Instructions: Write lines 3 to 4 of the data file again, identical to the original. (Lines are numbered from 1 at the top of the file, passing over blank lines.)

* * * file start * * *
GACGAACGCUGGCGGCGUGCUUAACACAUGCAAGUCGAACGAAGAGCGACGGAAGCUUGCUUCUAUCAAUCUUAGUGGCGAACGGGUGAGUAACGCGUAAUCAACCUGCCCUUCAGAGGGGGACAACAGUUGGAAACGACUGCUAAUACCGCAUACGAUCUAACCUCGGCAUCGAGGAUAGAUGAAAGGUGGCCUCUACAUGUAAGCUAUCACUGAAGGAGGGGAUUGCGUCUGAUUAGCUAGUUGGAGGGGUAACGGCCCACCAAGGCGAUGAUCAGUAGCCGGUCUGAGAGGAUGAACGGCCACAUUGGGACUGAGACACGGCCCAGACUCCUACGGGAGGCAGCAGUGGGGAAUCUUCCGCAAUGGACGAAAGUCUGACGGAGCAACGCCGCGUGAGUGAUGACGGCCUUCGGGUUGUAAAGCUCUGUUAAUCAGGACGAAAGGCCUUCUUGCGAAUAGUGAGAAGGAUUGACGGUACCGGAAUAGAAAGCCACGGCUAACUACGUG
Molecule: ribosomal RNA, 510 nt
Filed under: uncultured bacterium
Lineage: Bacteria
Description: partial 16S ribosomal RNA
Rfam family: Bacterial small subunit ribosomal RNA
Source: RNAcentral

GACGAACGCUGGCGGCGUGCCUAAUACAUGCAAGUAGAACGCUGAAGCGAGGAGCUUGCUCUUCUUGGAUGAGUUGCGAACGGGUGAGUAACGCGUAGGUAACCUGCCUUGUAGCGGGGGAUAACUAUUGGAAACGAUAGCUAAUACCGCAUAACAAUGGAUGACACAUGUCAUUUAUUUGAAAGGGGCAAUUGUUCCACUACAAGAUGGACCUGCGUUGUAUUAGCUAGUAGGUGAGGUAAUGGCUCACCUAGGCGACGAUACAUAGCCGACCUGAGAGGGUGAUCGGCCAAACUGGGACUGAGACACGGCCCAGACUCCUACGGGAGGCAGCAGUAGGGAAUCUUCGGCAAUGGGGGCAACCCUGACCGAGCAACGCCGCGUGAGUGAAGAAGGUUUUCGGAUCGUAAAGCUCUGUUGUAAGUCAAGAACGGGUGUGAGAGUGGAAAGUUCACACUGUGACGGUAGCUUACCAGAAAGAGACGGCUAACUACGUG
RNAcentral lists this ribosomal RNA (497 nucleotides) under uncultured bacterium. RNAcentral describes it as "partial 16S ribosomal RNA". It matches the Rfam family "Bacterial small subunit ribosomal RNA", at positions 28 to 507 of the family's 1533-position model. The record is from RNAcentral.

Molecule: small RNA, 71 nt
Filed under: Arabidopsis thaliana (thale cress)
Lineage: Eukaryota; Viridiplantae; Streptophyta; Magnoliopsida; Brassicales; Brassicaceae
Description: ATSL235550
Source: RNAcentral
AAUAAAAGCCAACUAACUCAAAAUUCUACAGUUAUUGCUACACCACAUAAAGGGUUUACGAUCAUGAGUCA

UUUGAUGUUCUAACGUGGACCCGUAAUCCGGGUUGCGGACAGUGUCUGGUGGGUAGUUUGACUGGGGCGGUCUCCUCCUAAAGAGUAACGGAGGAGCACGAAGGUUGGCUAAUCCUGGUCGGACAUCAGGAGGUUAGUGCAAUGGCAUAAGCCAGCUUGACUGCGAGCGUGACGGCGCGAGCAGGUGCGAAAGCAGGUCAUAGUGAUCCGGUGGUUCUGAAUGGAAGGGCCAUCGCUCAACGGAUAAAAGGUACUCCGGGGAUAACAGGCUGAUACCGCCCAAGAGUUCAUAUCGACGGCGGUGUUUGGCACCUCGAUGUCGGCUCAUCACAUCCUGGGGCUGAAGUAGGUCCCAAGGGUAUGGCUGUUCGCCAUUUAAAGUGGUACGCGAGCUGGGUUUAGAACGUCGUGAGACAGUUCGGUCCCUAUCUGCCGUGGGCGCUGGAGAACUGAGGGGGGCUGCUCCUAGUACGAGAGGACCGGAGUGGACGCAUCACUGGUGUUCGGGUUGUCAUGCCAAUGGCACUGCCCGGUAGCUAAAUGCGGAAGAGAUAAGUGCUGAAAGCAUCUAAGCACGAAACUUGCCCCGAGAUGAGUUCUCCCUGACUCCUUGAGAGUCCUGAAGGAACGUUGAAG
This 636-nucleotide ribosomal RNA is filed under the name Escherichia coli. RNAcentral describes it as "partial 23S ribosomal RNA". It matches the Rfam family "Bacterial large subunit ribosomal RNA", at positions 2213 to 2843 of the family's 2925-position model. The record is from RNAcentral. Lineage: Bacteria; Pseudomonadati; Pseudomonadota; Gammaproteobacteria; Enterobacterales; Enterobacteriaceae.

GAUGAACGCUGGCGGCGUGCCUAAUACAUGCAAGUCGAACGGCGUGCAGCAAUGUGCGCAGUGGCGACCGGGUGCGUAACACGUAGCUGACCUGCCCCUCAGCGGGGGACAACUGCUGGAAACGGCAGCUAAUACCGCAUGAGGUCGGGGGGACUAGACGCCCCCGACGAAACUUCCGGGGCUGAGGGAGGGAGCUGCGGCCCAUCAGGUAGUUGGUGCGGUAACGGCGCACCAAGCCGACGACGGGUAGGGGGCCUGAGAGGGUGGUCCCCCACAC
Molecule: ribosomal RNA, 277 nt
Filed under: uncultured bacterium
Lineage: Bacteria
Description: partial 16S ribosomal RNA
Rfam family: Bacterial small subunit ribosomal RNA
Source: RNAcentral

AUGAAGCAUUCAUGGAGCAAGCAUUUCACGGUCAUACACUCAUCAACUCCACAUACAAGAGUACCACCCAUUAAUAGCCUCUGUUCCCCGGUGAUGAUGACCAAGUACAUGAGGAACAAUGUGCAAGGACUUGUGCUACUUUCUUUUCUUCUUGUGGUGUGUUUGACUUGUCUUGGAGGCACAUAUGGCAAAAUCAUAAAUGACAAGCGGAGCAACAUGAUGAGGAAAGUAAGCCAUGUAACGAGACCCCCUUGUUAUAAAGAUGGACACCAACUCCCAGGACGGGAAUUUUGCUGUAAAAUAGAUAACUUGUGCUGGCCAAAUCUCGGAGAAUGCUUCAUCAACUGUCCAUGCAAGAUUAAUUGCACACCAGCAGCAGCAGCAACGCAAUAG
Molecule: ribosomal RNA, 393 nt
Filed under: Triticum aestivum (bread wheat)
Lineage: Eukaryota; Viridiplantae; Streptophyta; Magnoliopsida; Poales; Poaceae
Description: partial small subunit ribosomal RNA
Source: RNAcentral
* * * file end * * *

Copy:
Filed under: uncultured bacterium
Lineage: Bacteria